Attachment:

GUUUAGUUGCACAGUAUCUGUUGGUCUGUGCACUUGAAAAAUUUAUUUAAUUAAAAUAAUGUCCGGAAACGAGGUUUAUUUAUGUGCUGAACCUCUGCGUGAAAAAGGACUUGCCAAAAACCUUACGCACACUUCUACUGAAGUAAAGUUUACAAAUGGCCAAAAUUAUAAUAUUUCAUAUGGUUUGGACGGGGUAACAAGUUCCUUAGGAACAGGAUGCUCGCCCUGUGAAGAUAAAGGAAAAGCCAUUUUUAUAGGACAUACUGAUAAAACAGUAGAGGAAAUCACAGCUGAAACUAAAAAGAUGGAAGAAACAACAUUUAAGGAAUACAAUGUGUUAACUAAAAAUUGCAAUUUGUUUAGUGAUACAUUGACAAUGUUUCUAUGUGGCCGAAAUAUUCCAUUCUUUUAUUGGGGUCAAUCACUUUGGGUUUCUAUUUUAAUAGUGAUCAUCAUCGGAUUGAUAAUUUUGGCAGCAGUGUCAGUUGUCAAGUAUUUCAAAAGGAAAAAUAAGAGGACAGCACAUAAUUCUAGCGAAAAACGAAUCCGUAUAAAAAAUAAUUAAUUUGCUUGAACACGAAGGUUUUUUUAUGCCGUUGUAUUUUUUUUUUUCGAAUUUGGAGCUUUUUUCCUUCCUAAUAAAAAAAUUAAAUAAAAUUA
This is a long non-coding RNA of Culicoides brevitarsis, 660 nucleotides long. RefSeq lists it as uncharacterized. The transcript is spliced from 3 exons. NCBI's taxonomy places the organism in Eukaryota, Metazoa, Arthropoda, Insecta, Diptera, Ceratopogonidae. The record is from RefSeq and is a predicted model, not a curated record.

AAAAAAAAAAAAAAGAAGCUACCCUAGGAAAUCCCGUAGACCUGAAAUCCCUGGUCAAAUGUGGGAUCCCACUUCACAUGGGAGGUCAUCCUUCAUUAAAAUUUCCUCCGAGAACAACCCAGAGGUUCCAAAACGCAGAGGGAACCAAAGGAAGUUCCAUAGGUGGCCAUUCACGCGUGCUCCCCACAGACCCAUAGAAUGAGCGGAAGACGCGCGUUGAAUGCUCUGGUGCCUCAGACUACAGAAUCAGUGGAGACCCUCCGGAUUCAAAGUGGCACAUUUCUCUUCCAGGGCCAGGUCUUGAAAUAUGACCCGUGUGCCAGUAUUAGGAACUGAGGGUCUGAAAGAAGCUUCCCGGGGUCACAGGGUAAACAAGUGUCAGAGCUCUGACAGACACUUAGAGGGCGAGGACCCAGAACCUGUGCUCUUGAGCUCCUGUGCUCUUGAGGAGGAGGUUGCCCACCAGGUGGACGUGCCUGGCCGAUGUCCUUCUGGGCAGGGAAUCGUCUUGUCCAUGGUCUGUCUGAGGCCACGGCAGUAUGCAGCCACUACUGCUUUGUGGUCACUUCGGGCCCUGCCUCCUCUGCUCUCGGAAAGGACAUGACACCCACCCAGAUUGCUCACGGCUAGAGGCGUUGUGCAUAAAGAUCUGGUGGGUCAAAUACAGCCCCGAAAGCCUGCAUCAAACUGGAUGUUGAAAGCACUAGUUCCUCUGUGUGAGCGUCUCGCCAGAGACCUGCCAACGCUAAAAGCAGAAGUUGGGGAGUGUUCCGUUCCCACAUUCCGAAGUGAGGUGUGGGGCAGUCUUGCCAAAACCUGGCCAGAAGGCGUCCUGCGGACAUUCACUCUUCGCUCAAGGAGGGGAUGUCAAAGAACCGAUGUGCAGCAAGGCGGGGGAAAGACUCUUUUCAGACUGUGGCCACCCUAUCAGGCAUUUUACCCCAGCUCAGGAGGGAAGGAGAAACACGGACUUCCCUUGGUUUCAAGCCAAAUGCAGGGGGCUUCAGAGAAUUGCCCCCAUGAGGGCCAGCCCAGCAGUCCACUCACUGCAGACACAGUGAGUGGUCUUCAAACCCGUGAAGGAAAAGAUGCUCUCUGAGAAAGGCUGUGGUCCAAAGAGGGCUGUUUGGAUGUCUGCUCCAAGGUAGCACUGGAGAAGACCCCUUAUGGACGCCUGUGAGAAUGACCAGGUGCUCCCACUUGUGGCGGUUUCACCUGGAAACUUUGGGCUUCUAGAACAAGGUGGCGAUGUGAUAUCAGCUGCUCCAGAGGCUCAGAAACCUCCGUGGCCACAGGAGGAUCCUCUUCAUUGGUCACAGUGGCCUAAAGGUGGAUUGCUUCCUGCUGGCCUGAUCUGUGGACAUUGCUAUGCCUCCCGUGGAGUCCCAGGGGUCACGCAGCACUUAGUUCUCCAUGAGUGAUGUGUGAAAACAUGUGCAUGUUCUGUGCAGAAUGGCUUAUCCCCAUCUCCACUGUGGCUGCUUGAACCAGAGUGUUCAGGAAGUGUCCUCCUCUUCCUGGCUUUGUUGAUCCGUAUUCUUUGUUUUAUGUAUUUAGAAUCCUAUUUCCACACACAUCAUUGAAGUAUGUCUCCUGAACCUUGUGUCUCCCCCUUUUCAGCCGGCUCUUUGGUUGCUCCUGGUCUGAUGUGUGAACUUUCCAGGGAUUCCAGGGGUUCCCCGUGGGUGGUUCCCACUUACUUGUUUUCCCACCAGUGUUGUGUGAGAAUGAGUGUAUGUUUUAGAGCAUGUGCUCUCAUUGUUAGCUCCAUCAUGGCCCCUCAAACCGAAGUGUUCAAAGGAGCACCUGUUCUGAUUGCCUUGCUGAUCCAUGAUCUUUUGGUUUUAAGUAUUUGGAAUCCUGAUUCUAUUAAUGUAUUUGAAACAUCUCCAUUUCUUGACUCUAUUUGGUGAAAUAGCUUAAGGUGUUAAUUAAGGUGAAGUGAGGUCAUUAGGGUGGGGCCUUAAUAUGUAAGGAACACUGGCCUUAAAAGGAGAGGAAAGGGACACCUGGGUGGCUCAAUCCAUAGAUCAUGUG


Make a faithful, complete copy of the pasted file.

GUUUAGUUGCACAGUAUCUGUUGGUCUGUGCACUUGAAAAAUUUAUUUAAUUAAAAUAAUGUCCGGAAACGAGGUUUAUUUAUGUGCUGAACCUCUGCGUGAAAAAGGACUUGCCAAAAACCUUACGCACACUUCUACUGAAGUAAAGUUUACAAAUGGCCAAAAUUAUAAUAUUUCAUAUGGUUUGGACGGGGUAACAAGUUCCUUAGGAACAGGAUGCUCGCCCUGUGAAGAUAAAGGAAAAGCCAUUUUUAUAGGACAUACUGAUAAAACAGUAGAGGAAAUCACAGCUGAAACUAAAAAGAUGGAAGAAACAACAUUUAAGGAAUACAAUGUGUUAACUAAAAAUUGCAAUUUGUUUAGUGAUACAUUGACAAUGUUUCUAUGUGGCCGAAAUAUUCCAUUCUUUUAUUGGGGUCAAUCACUUUGGGUUUCUAUUUUAAUAGUGAUCAUCAUCGGAUUGAUAAUUUUGGCAGCAGUGUCAGUUGUCAAGUAUUUCAAAAGGAAAAAUAAGAGGACAGCACAUAAUUCUAGCGAAAAACGAAUCCGUAUAAAAAAUAAUUAAUUUGCUUGAACACGAAGGUUUUUUUAUGCCGUUGUAUUUUUUUUUUUCGAAUUUGGAGCUUUUUUCCUUCCUAAUAAAAAAAUUAAAUAAAAUUA
This is a long non-coding RNA of Culicoides brevitarsis, 660 nucleotides long. RefSeq lists it as uncharacterized. The transcript is spliced from 3 exons. NCBI's taxonomy places the organism in Eukaryota, Metazoa, Arthropoda, Insecta, Diptera, Ceratopogonidae. The record is from RefSeq and is a predicted model, not a curated record.

AAAAAAAAAAAAAAGAAGCUACCCUAGGAAAUCCCGUAGACCUGAAAUCCCUGGUCAAAUGUGGGAUCCCACUUCACAUGGGAGGUCAUCCUUCAUUAAAAUUUCCUCCGAGAACAACCCAGAGGUUCCAAAACGCAGAGGGAACCAAAGGAAGUUCCAUAGGUGGCCAUUCACGCGUGCUCCCCACAGACCCAUAGAAUGAGCGGAAGACGCGCGUUGAAUGCUCUGGUGCCUCAGACUACAGAAUCAGUGGAGACCCUCCGGAUUCAAAGUGGCACAUUUCUCUUCCAGGGCCAGGUCUUGAAAUAUGACCCGUGUGCCAGUAUUAGGAACUGAGGGUCUGAAAGAAGCUUCCCGGGGUCACAGGGUAAACAAGUGUCAGAGCUCUGACAGACACUUAGAGGGCGAGGACCCAGAACCUGUGCUCUUGAGCUCCUGUGCUCUUGAGGAGGAGGUUGCCCACCAGGUGGACGUGCCUGGCCGAUGUCCUUCUGGGCAGGGAAUCGUCUUGUCCAUGGUCUGUCUGAGGCCACGGCAGUAUGCAGCCACUACUGCUUUGUGGUCACUUCGGGCCCUGCCUCCUCUGCUCUCGGAAAGGACAUGACACCCACCCAGAUUGCUCACGGCUAGAGGCGUUGUGCAUAAAGAUCUGGUGGGUCAAAUACAGCCCCGAAAGCCUGCAUCAAACUGGAUGUUGAAAGCACUAGUUCCUCUGUGUGAGCGUCUCGCCAGAGACCUGCCAACGCUAAAAGCAGAAGUUGGGGAGUGUUCCGUUCCCACAUUCCGAAGUGAGGUGUGGGGCAGUCUUGCCAAAACCUGGCCAGAAGGCGUCCUGCGGACAUUCACUCUUCGCUCAAGGAGGGGAUGUCAAAGAACCGAUGUGCAGCAAGGCGGGGGAAAGACUCUUUUCAGACUGUGGCCACCCUAUCAGGCAUUUUACCCCAGCUCAGGAGGGAAGGAGAAACACGGACUUCCCUUGGUUUCAAGCCAAAUGCAGGGGGCUUCAGAGAAUUGCCCCCAUGAGGGCCAGCCCAGCAGUCCACUCACUGCAGACACAGUGAGUGGUCUUCAAACCCGUGAAGGAAAAGAUGCUCUCUGAGAAAGGCUGUGGUCCAAAGAGGGCUGUUUGGAUGUCUGCUCCAAGGUAGCACUGGAGAAGACCCCUUAUGGACGCCUGUGAGAAUGACCAGGUGCUCCCACUUGUGGCGGUUUCACCUGGAAACUUUGGGCUUCUAGAACAAGGUGGCGAUGUGAUAUCAGCUGCUCCAGAGGCUCAGAAACCUCCGUGGCCACAGGAGGAUCCUCUUCAUUGGUCACAGUGGCCUAAAGGUGGAUUGCUUCCUGCUGGCCUGAUCUGUGGACAUUGCUAUGCCUCCCGUGGAGUCCCAGGGGUCACGCAGCACUUAGUUCUCCAUGAGUGAUGUGUGAAAACAUGUGCAUGUUCUGUGCAGAAUGGCUUAUCCCCAUCUCCACUGUGGCUGCUUGAACCAGAGUGUUCAGGAAGUGUCCUCCUCUUCCUGGCUUUGUUGAUCCGUAUUCUUUGUUUUAUGUAUUUAGAAUCCUAUUUCCACACACAUCAUUGAAGUAUGUCUCCUGAACCUUGUGUCUCCCCCUUUUCAGCCGGCUCUUUGGUUGCUCCUGGUCUGAUGUGUGAACUUUCCAGGGAUUCCAGGGGUUCCCCGUGGGUGGUUCCCACUUACUUGUUUUCCCACCAGUGUUGUGUGAGAAUGAGUGUAUGUUUUAGAGCAUGUGCUCUCAUUGUUAGCUCCAUCAUGGCCCCUCAAACCGAAGUGUUCAAAGGAGCACCUGUUCUGAUUGCCUUGCUGAUCCAUGAUCUUUUGGUUUUAAGUAUUUGGAAUCCUGAUUCUAUUAAUGUAUUUGAAACAUCUCCAUUUCUUGACUCUAUUUGGUGAAAUAGCUUAAGGUGUUAAUUAAGGUGAAGUGAGGUCAUUAGGGUGGGGCCUUAAUAUGUAAGGAACACUGGCCUUAAAAGGAGAGGAAAGGGACACCUGGGUGGCUCAAUCCAUAGAUCAUGUG